Researchers from the German Center for Diabetes Research in Tübingen reported that an interaction between insulin and dopamine in the striatum region of the brain can alter the regulation of glucose metabolism and eating behaviors. The scientists determined that obesity leading to changes in brain's signaling can adversely impact glucose metabolism in the entire body. Their results were published in November 2021 in the Journal of Clinical Endocrinology & Metabolism.

Lead author Stephanie Kullmann, Institute for Diabetes Research and Metabolic Diseases of the Helmholtz Center Munich at the University of Tübingen, Germany, German Center for Diabetes Research, Tübingen; Eberhard Karls, University of Tübingen; and colleagues investigated the effect of exogenously administered insulin on dopamine activity in both the whole and specific striatal region of the brain. This research was based on the current understanding of these dopamine pathways and their highly sensitive responses to metabolic state and weight. Previous animal studies demonstrated that lower dopamine activity in the presence of insulin resistance leads to increased caloric intake and body weight.

"Our eating behavior is regulated by the interaction between the reward system and homeostatic systems. Studies indicate that insulin also acts in dopamine-driven reward centers in the brain. It has also been shown that obesity leads to changes in the signaling of the brain that have a negative effect on the glucose metabolism in the whole body," said Dr. Kullmann. "We now wanted to decipher the interaction between the two systems in humans and find out how insulin regulates the dopamine system," she added.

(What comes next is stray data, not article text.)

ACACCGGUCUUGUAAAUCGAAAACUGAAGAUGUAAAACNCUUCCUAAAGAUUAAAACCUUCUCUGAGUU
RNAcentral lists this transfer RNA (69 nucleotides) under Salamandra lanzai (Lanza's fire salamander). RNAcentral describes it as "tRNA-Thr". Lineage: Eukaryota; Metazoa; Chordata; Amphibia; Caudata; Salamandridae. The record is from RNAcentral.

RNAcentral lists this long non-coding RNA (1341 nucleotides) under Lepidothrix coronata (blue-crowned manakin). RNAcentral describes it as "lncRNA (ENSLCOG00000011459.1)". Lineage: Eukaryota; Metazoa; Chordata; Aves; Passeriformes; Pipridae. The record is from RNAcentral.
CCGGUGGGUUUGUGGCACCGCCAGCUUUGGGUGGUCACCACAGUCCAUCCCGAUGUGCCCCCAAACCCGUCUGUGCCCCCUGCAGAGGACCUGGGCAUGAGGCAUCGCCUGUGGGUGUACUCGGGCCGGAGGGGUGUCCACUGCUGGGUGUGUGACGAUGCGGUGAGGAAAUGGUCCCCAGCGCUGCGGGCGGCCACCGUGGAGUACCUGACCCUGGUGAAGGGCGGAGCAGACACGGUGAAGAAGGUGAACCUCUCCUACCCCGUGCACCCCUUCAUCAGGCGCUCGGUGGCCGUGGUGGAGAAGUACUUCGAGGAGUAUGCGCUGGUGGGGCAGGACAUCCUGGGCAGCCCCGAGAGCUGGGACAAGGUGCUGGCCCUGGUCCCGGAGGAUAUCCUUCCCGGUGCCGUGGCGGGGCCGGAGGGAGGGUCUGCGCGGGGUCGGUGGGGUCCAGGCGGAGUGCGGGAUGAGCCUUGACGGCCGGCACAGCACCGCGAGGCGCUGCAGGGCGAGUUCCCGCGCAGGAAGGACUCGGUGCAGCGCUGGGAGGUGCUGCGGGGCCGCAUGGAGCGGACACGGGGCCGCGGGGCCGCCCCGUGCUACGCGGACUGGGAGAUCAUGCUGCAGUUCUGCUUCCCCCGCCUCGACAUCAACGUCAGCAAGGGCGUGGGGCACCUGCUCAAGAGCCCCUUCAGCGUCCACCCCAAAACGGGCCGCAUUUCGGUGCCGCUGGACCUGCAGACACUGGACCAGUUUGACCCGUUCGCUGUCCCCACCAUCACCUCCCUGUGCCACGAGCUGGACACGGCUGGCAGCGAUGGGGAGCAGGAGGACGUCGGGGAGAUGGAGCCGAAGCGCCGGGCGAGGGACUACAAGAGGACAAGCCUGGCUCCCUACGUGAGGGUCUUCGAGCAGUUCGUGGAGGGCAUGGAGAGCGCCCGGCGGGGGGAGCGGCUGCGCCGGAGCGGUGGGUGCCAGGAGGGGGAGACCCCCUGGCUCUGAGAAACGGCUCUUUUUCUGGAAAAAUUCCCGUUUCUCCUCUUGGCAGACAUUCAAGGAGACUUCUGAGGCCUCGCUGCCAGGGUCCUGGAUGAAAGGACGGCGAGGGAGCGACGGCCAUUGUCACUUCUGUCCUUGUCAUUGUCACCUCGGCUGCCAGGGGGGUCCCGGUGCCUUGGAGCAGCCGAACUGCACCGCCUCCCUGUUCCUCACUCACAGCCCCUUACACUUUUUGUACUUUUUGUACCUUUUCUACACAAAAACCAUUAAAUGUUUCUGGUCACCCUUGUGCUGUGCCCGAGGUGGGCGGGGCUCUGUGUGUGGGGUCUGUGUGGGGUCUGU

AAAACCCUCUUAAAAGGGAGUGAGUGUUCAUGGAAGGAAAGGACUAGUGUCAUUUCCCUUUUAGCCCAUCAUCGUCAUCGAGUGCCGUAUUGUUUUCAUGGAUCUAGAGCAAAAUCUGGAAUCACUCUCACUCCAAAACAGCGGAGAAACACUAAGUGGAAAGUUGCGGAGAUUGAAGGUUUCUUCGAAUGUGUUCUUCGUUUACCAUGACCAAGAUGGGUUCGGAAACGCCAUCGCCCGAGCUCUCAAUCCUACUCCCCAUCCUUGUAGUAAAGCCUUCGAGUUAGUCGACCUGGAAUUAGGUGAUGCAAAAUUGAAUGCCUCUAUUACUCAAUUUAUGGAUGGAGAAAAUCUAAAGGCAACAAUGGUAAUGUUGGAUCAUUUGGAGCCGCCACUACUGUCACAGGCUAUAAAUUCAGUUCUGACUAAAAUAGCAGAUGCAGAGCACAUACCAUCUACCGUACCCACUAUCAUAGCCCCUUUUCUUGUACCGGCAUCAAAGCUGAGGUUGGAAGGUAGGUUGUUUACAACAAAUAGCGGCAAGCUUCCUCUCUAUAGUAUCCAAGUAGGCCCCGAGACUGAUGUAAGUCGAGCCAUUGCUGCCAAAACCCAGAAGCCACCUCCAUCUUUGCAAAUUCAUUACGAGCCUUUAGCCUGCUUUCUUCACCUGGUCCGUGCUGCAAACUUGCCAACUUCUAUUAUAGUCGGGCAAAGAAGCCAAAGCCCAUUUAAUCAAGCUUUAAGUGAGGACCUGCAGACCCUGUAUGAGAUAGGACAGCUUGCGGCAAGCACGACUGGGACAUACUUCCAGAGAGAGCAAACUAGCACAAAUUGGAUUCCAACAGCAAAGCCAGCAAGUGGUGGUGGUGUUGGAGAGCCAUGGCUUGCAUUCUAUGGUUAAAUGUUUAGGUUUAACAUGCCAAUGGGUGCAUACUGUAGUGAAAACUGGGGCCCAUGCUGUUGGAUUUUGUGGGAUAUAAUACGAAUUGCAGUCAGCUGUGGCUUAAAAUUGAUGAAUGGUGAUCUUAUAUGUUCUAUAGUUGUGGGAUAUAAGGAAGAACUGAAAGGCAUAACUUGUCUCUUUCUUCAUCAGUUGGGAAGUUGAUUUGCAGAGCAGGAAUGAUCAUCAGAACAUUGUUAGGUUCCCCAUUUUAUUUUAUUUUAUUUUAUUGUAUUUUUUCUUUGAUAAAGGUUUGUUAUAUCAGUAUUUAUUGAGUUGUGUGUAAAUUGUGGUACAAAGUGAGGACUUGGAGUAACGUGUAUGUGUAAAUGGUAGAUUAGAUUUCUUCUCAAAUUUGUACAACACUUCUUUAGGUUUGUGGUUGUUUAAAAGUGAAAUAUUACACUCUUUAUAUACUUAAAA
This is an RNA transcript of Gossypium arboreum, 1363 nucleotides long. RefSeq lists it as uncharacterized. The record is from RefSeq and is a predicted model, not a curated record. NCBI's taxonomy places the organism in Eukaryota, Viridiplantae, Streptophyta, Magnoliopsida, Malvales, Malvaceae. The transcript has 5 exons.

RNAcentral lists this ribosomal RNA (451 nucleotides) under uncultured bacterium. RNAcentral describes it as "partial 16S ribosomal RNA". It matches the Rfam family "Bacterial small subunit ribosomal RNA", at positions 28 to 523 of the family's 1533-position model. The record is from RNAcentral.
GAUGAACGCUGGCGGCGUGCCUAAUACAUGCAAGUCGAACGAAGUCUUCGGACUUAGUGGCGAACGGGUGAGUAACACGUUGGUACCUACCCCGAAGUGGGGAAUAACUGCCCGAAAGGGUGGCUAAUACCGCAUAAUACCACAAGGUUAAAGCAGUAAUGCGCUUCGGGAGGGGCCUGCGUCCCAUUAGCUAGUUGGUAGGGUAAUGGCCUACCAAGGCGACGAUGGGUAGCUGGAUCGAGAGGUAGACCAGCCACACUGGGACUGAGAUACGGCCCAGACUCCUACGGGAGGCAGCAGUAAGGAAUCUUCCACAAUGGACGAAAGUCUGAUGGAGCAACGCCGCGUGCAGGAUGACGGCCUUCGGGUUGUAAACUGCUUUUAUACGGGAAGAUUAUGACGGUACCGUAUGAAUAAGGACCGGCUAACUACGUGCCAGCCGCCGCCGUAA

In a study conducted on 2 separate days in a randomized, placebo-controlled, blinded, crossover trial, the team evaluated a cohort of 10 healthy, normal-weight men who received insulin or a placebo via a nasal spray. When insulin is absorbed via the nose, it reaches the brain directly. To study the interaction between insulin and dopamine, the researchers used a unique measurement technique: They combined resting-state functional MRI to assess functional brain activity and positron emission tomography to assess dopamine levels. Then, they reported the response, which for those who received insulin were observed to have greater binding potential of [11C]-raclopride, the dopamine D2/3 receptor ligand widely used for assessment of synaptic levels of dopamine, in both the dorsal and bilateral ventral striatum. This is suggestive of insulin-induced decreases of synaptic dopamine levels.

"The study provides direct evidence of how and where in the brain signals triggered after eating—such as insulin release and the reward system—interact," said Professor Martin Heni, last author of the study, summarizing the results. He added, "We were able to show that insulin is able to decrease dopamine levels in the striatum in normal-weight individuals. The insulin-dependent change in dopamine levels was also associated with functional connectivity changes in whole-brain networks. Changes in this system may be an important driver of obesity and related diseases."

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